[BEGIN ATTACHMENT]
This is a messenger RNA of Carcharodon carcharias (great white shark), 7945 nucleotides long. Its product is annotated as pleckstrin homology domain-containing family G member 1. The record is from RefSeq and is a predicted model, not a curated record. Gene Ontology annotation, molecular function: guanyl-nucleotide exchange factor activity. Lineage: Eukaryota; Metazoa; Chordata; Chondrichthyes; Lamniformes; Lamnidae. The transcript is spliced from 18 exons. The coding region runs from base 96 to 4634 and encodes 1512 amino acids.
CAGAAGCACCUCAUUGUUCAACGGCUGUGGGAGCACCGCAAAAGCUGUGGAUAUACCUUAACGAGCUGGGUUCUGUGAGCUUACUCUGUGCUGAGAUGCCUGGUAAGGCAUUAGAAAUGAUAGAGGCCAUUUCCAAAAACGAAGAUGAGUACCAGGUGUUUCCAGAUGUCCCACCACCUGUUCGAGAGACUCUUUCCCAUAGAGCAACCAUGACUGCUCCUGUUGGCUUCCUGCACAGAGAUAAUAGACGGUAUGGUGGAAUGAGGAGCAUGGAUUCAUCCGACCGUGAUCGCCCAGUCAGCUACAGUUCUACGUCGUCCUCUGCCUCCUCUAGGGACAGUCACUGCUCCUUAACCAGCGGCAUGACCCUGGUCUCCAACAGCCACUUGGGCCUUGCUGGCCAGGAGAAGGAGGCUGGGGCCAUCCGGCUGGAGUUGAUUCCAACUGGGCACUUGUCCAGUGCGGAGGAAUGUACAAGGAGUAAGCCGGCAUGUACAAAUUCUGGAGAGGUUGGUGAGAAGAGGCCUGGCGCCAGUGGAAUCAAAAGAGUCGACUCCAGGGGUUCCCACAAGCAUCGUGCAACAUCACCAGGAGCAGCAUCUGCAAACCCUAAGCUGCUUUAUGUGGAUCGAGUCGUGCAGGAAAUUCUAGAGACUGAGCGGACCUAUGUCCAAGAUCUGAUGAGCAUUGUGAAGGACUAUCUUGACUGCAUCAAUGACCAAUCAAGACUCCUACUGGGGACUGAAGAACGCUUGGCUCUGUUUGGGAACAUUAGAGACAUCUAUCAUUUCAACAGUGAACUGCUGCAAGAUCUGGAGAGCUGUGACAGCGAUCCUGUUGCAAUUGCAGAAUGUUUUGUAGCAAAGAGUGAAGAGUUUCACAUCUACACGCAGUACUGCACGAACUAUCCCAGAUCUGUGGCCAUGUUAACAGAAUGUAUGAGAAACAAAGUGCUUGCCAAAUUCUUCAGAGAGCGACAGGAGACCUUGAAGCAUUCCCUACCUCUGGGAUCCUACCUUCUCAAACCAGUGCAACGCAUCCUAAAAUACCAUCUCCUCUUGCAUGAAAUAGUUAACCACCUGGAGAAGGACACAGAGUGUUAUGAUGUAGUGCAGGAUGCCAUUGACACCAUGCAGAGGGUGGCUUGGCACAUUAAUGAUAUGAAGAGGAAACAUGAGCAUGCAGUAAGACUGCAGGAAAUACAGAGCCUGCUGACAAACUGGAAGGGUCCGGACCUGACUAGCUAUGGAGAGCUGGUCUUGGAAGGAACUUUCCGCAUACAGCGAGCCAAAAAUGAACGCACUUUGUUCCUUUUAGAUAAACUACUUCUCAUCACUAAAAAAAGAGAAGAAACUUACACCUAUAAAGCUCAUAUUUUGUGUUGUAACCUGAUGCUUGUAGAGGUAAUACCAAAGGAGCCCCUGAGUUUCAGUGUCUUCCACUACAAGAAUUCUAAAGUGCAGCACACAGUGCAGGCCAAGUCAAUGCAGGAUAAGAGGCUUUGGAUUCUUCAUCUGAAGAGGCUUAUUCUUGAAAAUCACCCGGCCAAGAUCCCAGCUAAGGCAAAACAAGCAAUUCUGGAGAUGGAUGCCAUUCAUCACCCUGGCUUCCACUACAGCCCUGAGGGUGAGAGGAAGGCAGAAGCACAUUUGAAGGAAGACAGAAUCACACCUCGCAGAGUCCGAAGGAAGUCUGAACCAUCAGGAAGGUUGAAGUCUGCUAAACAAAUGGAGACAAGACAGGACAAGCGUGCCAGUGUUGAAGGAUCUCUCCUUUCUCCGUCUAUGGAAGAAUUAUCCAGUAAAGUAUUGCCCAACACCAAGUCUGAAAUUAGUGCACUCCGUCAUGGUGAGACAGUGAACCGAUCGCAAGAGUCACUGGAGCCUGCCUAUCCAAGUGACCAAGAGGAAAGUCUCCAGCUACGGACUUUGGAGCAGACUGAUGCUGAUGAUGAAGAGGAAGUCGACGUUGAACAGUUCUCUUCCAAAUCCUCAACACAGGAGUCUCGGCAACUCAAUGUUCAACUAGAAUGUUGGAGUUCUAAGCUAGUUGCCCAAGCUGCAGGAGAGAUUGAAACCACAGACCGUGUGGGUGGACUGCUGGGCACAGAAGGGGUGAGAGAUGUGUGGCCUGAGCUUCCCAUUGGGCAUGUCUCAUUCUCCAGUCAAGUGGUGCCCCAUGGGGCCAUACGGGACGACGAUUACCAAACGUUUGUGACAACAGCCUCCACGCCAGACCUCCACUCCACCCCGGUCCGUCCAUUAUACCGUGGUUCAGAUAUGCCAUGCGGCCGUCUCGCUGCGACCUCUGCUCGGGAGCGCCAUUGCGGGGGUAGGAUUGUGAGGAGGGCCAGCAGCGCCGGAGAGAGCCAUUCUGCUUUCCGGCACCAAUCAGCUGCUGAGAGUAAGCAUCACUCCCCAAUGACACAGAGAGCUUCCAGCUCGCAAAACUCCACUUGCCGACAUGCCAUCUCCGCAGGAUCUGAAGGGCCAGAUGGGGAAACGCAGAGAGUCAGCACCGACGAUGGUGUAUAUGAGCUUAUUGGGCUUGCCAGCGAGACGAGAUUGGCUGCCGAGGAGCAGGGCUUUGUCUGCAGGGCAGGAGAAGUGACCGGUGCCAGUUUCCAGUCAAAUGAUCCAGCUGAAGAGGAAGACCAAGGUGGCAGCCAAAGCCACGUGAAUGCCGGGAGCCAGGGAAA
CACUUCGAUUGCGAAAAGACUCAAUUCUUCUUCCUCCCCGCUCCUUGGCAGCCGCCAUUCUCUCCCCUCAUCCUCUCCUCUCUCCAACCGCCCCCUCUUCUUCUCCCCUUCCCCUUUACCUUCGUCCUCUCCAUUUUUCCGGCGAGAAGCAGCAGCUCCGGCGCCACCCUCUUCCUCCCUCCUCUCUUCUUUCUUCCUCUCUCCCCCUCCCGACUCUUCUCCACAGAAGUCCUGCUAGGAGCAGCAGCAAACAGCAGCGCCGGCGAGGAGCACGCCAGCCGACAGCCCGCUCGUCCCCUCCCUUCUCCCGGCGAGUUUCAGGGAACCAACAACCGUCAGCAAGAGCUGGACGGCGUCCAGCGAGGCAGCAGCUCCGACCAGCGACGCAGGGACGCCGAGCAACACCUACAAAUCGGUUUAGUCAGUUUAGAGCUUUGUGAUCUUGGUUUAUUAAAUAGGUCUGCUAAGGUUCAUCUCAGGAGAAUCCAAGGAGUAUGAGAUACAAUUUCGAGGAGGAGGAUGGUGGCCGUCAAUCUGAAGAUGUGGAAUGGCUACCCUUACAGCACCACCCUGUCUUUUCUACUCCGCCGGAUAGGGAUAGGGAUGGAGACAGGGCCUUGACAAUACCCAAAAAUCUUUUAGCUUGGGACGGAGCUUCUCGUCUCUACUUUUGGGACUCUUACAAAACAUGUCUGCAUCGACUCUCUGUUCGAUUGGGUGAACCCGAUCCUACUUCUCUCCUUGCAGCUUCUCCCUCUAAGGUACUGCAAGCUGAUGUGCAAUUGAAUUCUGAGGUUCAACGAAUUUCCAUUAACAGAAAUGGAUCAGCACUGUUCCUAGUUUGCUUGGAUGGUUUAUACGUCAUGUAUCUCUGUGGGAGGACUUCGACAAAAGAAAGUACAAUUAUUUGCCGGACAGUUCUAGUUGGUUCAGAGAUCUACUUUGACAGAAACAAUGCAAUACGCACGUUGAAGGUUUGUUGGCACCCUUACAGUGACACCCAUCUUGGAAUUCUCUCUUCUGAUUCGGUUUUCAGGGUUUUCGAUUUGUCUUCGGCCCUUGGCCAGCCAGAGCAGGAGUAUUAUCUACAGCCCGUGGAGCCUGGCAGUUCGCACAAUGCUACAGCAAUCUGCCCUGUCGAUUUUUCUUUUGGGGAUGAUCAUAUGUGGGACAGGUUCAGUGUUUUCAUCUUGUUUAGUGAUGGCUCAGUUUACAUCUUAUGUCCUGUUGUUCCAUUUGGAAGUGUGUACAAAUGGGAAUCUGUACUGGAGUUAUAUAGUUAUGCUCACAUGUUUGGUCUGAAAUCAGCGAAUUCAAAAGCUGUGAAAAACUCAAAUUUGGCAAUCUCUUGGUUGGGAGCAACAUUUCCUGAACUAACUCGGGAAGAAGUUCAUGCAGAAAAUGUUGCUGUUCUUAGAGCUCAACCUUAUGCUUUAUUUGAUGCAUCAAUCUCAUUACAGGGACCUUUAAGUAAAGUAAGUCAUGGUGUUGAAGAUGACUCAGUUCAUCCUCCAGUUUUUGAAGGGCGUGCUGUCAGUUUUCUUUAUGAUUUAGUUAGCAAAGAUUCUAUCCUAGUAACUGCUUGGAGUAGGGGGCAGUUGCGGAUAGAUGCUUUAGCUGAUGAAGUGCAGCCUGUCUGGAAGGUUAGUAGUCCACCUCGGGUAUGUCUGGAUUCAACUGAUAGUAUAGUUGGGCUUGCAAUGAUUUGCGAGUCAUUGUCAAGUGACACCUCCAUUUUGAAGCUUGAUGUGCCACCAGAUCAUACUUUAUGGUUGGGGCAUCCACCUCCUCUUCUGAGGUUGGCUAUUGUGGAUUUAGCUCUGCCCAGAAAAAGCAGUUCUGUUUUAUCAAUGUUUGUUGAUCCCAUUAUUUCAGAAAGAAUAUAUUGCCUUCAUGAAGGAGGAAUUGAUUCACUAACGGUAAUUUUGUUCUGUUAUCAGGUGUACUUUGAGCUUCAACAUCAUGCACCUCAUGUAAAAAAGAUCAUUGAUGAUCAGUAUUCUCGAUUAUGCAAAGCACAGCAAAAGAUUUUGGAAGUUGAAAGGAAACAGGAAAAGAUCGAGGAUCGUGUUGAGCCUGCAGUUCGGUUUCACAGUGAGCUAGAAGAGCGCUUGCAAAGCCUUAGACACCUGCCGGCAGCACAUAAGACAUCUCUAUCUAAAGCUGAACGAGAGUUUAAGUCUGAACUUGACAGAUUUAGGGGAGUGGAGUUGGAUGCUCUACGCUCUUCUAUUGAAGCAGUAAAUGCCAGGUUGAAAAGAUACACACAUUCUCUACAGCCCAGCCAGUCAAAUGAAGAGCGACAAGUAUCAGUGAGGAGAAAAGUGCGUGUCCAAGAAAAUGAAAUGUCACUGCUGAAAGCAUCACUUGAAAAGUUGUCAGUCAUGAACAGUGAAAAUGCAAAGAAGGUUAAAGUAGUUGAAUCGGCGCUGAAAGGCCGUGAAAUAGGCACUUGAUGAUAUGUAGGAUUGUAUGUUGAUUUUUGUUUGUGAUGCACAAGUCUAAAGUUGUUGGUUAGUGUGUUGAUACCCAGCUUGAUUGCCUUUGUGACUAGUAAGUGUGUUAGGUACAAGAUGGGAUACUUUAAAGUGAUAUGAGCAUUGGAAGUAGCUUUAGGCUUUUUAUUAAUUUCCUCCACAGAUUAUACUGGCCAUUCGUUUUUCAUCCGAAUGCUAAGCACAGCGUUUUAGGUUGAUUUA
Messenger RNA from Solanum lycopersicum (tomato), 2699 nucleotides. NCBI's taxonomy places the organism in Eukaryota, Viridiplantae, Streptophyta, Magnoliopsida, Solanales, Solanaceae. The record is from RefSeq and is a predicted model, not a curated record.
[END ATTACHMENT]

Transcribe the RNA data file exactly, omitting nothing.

This is a messenger RNA of Carcharodon carcharias (great white shark), 7945 nucleotides long. Its product is annotated as pleckstrin homology domain-containing family G member 1. The record is from RefSeq and is a predicted model, not a curated record. Gene Ontology annotation, molecular function: guanyl-nucleotide exchange factor activity. Lineage: Eukaryota; Metazoa; Chordata; Chondrichthyes; Lamniformes; Lamnidae. The transcript is spliced from 18 exons. The coding region runs from base 96 to 4634 and encodes 1512 amino acids.
CAGAAGCACCUCAUUGUUCAACGGCUGUGGGAGCACCGCAAAAGCUGUGGAUAUACCUUAACGAGCUGGGUUCUGUGAGCUUACUCUGUGCUGAGAUGCCUGGUAAGGCAUUAGAAAUGAUAGAGGCCAUUUCCAAAAACGAAGAUGAGUACCAGGUGUUUCCAGAUGUCCCACCACCUGUUCGAGAGACUCUUUCCCAUAGAGCAACCAUGACUGCUCCUGUUGGCUUCCUGCACAGAGAUAAUAGACGGUAUGGUGGAAUGAGGAGCAUGGAUUCAUCCGACCGUGAUCGCCCAGUCAGCUACAGUUCUACGUCGUCCUCUGCCUCCUCUAGGGACAGUCACUGCUCCUUAACCAGCGGCAUGACCCUGGUCUCCAACAGCCACUUGGGCCUUGCUGGCCAGGAGAAGGAGGCUGGGGCCAUCCGGCUGGAGUUGAUUCCAACUGGGCACUUGUCCAGUGCGGAGGAAUGUACAAGGAGUAAGCCGGCAUGUACAAAUUCUGGAGAGGUUGGUGAGAAGAGGCCUGGCGCCAGUGGAAUCAAAAGAGUCGACUCCAGGGGUUCCCACAAGCAUCGUGCAACAUCACCAGGAGCAGCAUCUGCAAACCCUAAGCUGCUUUAUGUGGAUCGAGUCGUGCAGGAAAUUCUAGAGACUGAGCGGACCUAUGUCCAAGAUCUGAUGAGCAUUGUGAAGGACUAUCUUGACUGCAUCAAUGACCAAUCAAGACUCCUACUGGGGACUGAAGAACGCUUGGCUCUGUUUGGGAACAUUAGAGACAUCUAUCAUUUCAACAGUGAACUGCUGCAAGAUCUGGAGAGCUGUGACAGCGAUCCUGUUGCAAUUGCAGAAUGUUUUGUAGCAAAGAGUGAAGAGUUUCACAUCUACACGCAGUACUGCACGAACUAUCCCAGAUCUGUGGCCAUGUUAACAGAAUGUAUGAGAAACAAAGUGCUUGCCAAAUUCUUCAGAGAGCGACAGGAGACCUUGAAGCAUUCCCUACCUCUGGGAUCCUACCUUCUCAAACCAGUGCAACGCAUCCUAAAAUACCAUCUCCUCUUGCAUGAAAUAGUUAACCACCUGGAGAAGGACACAGAGUGUUAUGAUGUAGUGCAGGAUGCCAUUGACACCAUGCAGAGGGUGGCUUGGCACAUUAAUGAUAUGAAGAGGAAACAUGAGCAUGCAGUAAGACUGCAGGAAAUACAGAGCCUGCUGACAAACUGGAAGGGUCCGGACCUGACUAGCUAUGGAGAGCUGGUCUUGGAAGGAACUUUCCGCAUACAGCGAGCCAAAAAUGAACGCACUUUGUUCCUUUUAGAUAAACUACUUCUCAUCACUAAAAAAAGAGAAGAAACUUACACCUAUAAAGCUCAUAUUUUGUGUUGUAACCUGAUGCUUGUAGAGGUAAUACCAAAGGAGCCCCUGAGUUUCAGUGUCUUCCACUACAAGAAUUCUAAAGUGCAGCACACAGUGCAGGCCAAGUCAAUGCAGGAUAAGAGGCUUUGGAUUCUUCAUCUGAAGAGGCUUAUUCUUGAAAAUCACCCGGCCAAGAUCCCAGCUAAGGCAAAACAAGCAAUUCUGGAGAUGGAUGCCAUUCAUCACCCUGGCUUCCACUACAGCCCUGAGGGUGAGAGGAAGGCAGAAGCACAUUUGAAGGAAGACAGAAUCACACCUCGCAGAGUCCGAAGGAAGUCUGAACCAUCAGGAAGGUUGAAGUCUGCUAAACAAAUGGAGACAAGACAGGACAAGCGUGCCAGUGUUGAAGGAUCUCUCCUUUCUCCGUCUAUGGAAGAAUUAUCCAGUAAAGUAUUGCCCAACACCAAGUCUGAAAUUAGUGCACUCCGUCAUGGUGAGACAGUGAACCGAUCGCAAGAGUCACUGGAGCCUGCCUAUCCAAGUGACCAAGAGGAAAGUCUCCAGCUACGGACUUUGGAGCAGACUGAUGCUGAUGAUGAAGAGGAAGUCGACGUUGAACAGUUCUCUUCCAAAUCCUCAACACAGGAGUCUCGGCAACUCAAUGUUCAACUAGAAUGUUGGAGUUCUAAGCUAGUUGCCCAAGCUGCAGGAGAGAUUGAAACCACAGACCGUGUGGGUGGACUGCUGGGCACAGAAGGGGUGAGAGAUGUGUGGCCUGAGCUUCCCAUUGGGCAUGUCUCAUUCUCCAGUCAAGUGGUGCCCCAUGGGGCCAUACGGGACGACGAUUACCAAACGUUUGUGACAACAGCCUCCACGCCAGACCUCCACUCCACCCCGGUCCGUCCAUUAUACCGUGGUUCAGAUAUGCCAUGCGGCCGUCUCGCUGCGACCUCUGCUCGGGAGCGCCAUUGCGGGGGUAGGAUUGUGAGGAGGGCCAGCAGCGCCGGAGAGAGCCAUUCUGCUUUCCGGCACCAAUCAGCUGCUGAGAGUAAGCAUCACUCCCCAAUGACACAGAGAGCUUCCAGCUCGCAAAACUCCACUUGCCGACAUGCCAUCUCCGCAGGAUCUGAAGGGCCAGAUGGGGAAACGCAGAGAGUCAGCACCGACGAUGGUGUAUAUGAGCUUAUUGGGCUUGCCAGCGAGACGAGAUUGGCUGCCGAGGAGCAGGGCUUUGUCUGCAGGGCAGGAGAAGUGACCGGUGCCAGUUUCCAGUCAAAUGAUCCAGCUGAAGAGGAAGACCAAGGUGGCAGCCAAAGCCACGUGAAUGCCGGGAGCCAGGGAAA
CACUUCGAUUGCGAAAAGACUCAAUUCUUCUUCCUCCCCGCUCCUUGGCAGCCGCCAUUCUCUCCCCUCAUCCUCUCCUCUCUCCAACCGCCCCCUCUUCUUCUCCCCUUCCCCUUUACCUUCGUCCUCUCCAUUUUUCCGGCGAGAAGCAGCAGCUCCGGCGCCACCCUCUUCCUCCCUCCUCUCUUCUUUCUUCCUCUCUCCCCCUCCCGACUCUUCUCCACAGAAGUCCUGCUAGGAGCAGCAGCAAACAGCAGCGCCGGCGAGGAGCACGCCAGCCGACAGCCCGCUCGUCCCCUCCCUUCUCCCGGCGAGUUUCAGGGAACCAACAACCGUCAGCAAGAGCUGGACGGCGUCCAGCGAGGCAGCAGCUCCGACCAGCGACGCAGGGACGCCGAGCAACACCUACAAAUCGGUUUAGUCAGUUUAGAGCUUUGUGAUCUUGGUUUAUUAAAUAGGUCUGCUAAGGUUCAUCUCAGGAGAAUCCAAGGAGUAUGAGAUACAAUUUCGAGGAGGAGGAUGGUGGCCGUCAAUCUGAAGAUGUGGAAUGGCUACCCUUACAGCACCACCCUGUCUUUUCUACUCCGCCGGAUAGGGAUAGGGAUGGAGACAGGGCCUUGACAAUACCCAAAAAUCUUUUAGCUUGGGACGGAGCUUCUCGUCUCUACUUUUGGGACUCUUACAAAACAUGUCUGCAUCGACUCUCUGUUCGAUUGGGUGAACCCGAUCCUACUUCUCUCCUUGCAGCUUCUCCCUCUAAGGUACUGCAAGCUGAUGUGCAAUUGAAUUCUGAGGUUCAACGAAUUUCCAUUAACAGAAAUGGAUCAGCACUGUUCCUAGUUUGCUUGGAUGGUUUAUACGUCAUGUAUCUCUGUGGGAGGACUUCGACAAAAGAAAGUACAAUUAUUUGCCGGACAGUUCUAGUUGGUUCAGAGAUCUACUUUGACAGAAACAAUGCAAUACGCACGUUGAAGGUUUGUUGGCACCCUUACAGUGACACCCAUCUUGGAAUUCUCUCUUCUGAUUCGGUUUUCAGGGUUUUCGAUUUGUCUUCGGCCCUUGGCCAGCCAGAGCAGGAGUAUUAUCUACAGCCCGUGGAGCCUGGCAGUUCGCACAAUGCUACAGCAAUCUGCCCUGUCGAUUUUUCUUUUGGGGAUGAUCAUAUGUGGGACAGGUUCAGUGUUUUCAUCUUGUUUAGUGAUGGCUCAGUUUACAUCUUAUGUCCUGUUGUUCCAUUUGGAAGUGUGUACAAAUGGGAAUCUGUACUGGAGUUAUAUAGUUAUGCUCACAUGUUUGGUCUGAAAUCAGCGAAUUCAAAAGCUGUGAAAAACUCAAAUUUGGCAAUCUCUUGGUUGGGAGCAACAUUUCCUGAACUAACUCGGGAAGAAGUUCAUGCAGAAAAUGUUGCUGUUCUUAGAGCUCAACCUUAUGCUUUAUUUGAUGCAUCAAUCUCAUUACAGGGACCUUUAAGUAAAGUAAGUCAUGGUGUUGAAGAUGACUCAGUUCAUCCUCCAGUUUUUGAAGGGCGUGCUGUCAGUUUUCUUUAUGAUUUAGUUAGCAAAGAUUCUAUCCUAGUAACUGCUUGGAGUAGGGGGCAGUUGCGGAUAGAUGCUUUAGCUGAUGAAGUGCAGCCUGUCUGGAAGGUUAGUAGUCCACCUCGGGUAUGUCUGGAUUCAACUGAUAGUAUAGUUGGGCUUGCAAUGAUUUGCGAGUCAUUGUCAAGUGACACCUCCAUUUUGAAGCUUGAUGUGCCACCAGAUCAUACUUUAUGGUUGGGGCAUCCACCUCCUCUUCUGAGGUUGGCUAUUGUGGAUUUAGCUCUGCCCAGAAAAAGCAGUUCUGUUUUAUCAAUGUUUGUUGAUCCCAUUAUUUCAGAAAGAAUAUAUUGCCUUCAUGAAGGAGGAAUUGAUUCACUAACGGUAAUUUUGUUCUGUUAUCAGGUGUACUUUGAGCUUCAACAUCAUGCACCUCAUGUAAAAAAGAUCAUUGAUGAUCAGUAUUCUCGAUUAUGCAAAGCACAGCAAAAGAUUUUGGAAGUUGAAAGGAAACAGGAAAAGAUCGAGGAUCGUGUUGAGCCUGCAGUUCGGUUUCACAGUGAGCUAGAAGAGCGCUUGCAAAGCCUUAGACACCUGCCGGCAGCACAUAAGACAUCUCUAUCUAAAGCUGAACGAGAGUUUAAGUCUGAACUUGACAGAUUUAGGGGAGUGGAGUUGGAUGCUCUACGCUCUUCUAUUGAAGCAGUAAAUGCCAGGUUGAAAAGAUACACACAUUCUCUACAGCCCAGCCAGUCAAAUGAAGAGCGACAAGUAUCAGUGAGGAGAAAAGUGCGUGUCCAAGAAAAUGAAAUGUCACUGCUGAAAGCAUCACUUGAAAAGUUGUCAGUCAUGAACAGUGAAAAUGCAAAGAAGGUUAAAGUAGUUGAAUCGGCGCUGAAAGGCCGUGAAAUAGGCACUUGAUGAUAUGUAGGAUUGUAUGUUGAUUUUUGUUUGUGAUGCACAAGUCUAAAGUUGUUGGUUAGUGUGUUGAUACCCAGCUUGAUUGCCUUUGUGACUAGUAAGUGUGUUAGGUACAAGAUGGGAUACUUUAAAGUGAUAUGAGCAUUGGAAGUAGCUUUAGGCUUUUUAUUAAUUUCCUCCACAGAUUAUACUGGCCAUUCGUUUUUCAUCCGAAUGCUAAGCACAGCGUUUUAGGUUGAUUUA
Messenger RNA from Solanum lycopersicum (tomato), 2699 nucleotides. NCBI's taxonomy places the organism in Eukaryota, Viridiplantae, Streptophyta, Magnoliopsida, Solanales, Solanaceae. The record is from RefSeq and is a predicted model, not a curated record.